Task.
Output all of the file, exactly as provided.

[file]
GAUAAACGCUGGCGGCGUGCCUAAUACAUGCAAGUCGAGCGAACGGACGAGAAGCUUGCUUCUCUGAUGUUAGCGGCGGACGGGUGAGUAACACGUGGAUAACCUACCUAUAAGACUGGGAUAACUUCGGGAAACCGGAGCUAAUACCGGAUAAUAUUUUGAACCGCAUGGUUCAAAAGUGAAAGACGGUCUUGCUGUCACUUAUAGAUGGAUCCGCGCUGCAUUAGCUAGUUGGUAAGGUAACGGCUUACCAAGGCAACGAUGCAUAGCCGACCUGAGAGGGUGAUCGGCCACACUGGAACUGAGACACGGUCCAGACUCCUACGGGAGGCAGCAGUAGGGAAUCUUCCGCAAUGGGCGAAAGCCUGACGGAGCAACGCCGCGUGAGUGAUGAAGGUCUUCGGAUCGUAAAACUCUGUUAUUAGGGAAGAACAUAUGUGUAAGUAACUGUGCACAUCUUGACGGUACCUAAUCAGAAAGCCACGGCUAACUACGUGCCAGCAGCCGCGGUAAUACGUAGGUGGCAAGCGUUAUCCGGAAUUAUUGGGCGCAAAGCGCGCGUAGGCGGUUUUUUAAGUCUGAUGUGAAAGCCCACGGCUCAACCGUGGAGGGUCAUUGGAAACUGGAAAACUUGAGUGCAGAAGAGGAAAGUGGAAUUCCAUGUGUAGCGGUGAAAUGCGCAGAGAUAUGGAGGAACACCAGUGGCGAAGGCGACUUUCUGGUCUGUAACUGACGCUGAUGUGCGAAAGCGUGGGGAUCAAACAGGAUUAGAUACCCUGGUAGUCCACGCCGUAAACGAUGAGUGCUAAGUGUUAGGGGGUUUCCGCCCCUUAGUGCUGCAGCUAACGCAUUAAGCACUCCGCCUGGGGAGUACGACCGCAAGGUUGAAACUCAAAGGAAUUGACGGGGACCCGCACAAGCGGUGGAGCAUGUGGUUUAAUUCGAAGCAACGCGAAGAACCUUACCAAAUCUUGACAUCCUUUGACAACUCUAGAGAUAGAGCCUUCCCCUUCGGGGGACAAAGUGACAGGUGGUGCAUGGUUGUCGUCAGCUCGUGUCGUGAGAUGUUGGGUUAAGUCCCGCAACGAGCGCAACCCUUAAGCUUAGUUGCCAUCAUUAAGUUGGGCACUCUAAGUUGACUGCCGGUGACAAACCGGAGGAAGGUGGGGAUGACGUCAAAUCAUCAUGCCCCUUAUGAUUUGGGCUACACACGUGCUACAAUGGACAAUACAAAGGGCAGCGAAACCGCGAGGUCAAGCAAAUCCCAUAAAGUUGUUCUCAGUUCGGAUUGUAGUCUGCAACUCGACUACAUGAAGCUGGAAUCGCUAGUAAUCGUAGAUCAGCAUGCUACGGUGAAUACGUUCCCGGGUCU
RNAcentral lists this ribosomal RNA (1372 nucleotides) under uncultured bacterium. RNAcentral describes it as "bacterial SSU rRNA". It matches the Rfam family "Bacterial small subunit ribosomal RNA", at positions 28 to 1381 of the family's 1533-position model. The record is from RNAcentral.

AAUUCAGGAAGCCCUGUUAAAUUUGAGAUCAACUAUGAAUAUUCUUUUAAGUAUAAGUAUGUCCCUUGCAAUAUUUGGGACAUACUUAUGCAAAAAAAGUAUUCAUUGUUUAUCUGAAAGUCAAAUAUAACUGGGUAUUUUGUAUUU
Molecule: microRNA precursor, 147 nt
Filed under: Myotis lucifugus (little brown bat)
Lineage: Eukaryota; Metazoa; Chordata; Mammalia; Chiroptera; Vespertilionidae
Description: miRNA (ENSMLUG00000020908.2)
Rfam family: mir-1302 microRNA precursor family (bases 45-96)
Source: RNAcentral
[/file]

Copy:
GAUAAACGCUGGCGGCGUGCCUAAUACAUGCAAGUCGAGCGAACGGACGAGAAGCUUGCUUCUCUGAUGUUAGCGGCGGACGGGUGAGUAACACGUGGAUAACCUACCUAUAAGACUGGGAUAACUUCGGGAAACCGGAGCUAAUACCGGAUAAUAUUUUGAACCGCAUGGUUCAAAAGUGAAAGACGGUCUUGCUGUCACUUAUAGAUGGAUCCGCGCUGCAUUAGCUAGUUGGUAAGGUAACGGCUUACCAAGGCAACGAUGCAUAGCCGACCUGAGAGGGUGAUCGGCCACACUGGAACUGAGACACGGUCCAGACUCCUACGGGAGGCAGCAGUAGGGAAUCUUCCGCAAUGGGCGAAAGCCUGACGGAGCAACGCCGCGUGAGUGAUGAAGGUCUUCGGAUCGUAAAACUCUGUUAUUAGGGAAGAACAUAUGUGUAAGUAACUGUGCACAUCUUGACGGUACCUAAUCAGAAAGCCACGGCUAACUACGUGCCAGCAGCCGCGGUAAUACGUAGGUGGCAAGCGUUAUCCGGAAUUAUUGGGCGCAAAGCGCGCGUAGGCGGUUUUUUAAGUCUGAUGUGAAAGCCCACGGCUCAACCGUGGAGGGUCAUUGGAAACUGGAAAACUUGAGUGCAGAAGAGGAAAGUGGAAUUCCAUGUGUAGCGGUGAAAUGCGCAGAGAUAUGGAGGAACACCAGUGGCGAAGGCGACUUUCUGGUCUGUAACUGACGCUGAUGUGCGAAAGCGUGGGGAUCAAACAGGAUUAGAUACCCUGGUAGUCCACGCCGUAAACGAUGAGUGCUAAGUGUUAGGGGGUUUCCGCCCCUUAGUGCUGCAGCUAACGCAUUAAGCACUCCGCCUGGGGAGUACGACCGCAAGGUUGAAACUCAAAGGAAUUGACGGGGACCCGCACAAGCGGUGGAGCAUGUGGUUUAAUUCGAAGCAACGCGAAGAACCUUACCAAAUCUUGACAUCCUUUGACAACUCUAGAGAUAGAGCCUUCCCCUUCGGGGGACAAAGUGACAGGUGGUGCAUGGUUGUCGUCAGCUCGUGUCGUGAGAUGUUGGGUUAAGUCCCGCAACGAGCGCAACCCUUAAGCUUAGUUGCCAUCAUUAAGUUGGGCACUCUAAGUUGACUGCCGGUGACAAACCGGAGGAAGGUGGGGAUGACGUCAAAUCAUCAUGCCCCUUAUGAUUUGGGCUACACACGUGCUACAAUGGACAAUACAAAGGGCAGCGAAACCGCGAGGUCAAGCAAAUCCCAUAAAGUUGUUCUCAGUUCGGAUUGUAGUCUGCAACUCGACUACAUGAAGCUGGAAUCGCUAGUAAUCGUAGAUCAGCAUGCUACGGUGAAUACGUUCCCGGGUCU
RNAcentral lists this ribosomal RNA (1372 nucleotides) under uncultured bacterium. RNAcentral describes it as "bacterial SSU rRNA". It matches the Rfam family "Bacterial small subunit ribosomal RNA", at positions 28 to 1381 of the family's 1533-position model. The record is from RNAcentral.

AAUUCAGGAAGCCCUGUUAAAUUUGAGAUCAACUAUGAAUAUUCUUUUAAGUAUAAGUAUGUCCCUUGCAAUAUUUGGGACAUACUUAUGCAAAAAAAGUAUUCAUUGUUUAUCUGAAAGUCAAAUAUAACUGGGUAUUUUGUAUUU
Molecule: microRNA precursor, 147 nt
Filed under: Myotis lucifugus (little brown bat)
Lineage: Eukaryota; Metazoa; Chordata; Mammalia; Chiroptera; Vespertilionidae
Description: miRNA (ENSMLUG00000020908.2)
Rfam family: mir-1302 microRNA precursor family (bases 45-96)
Source: RNAcentral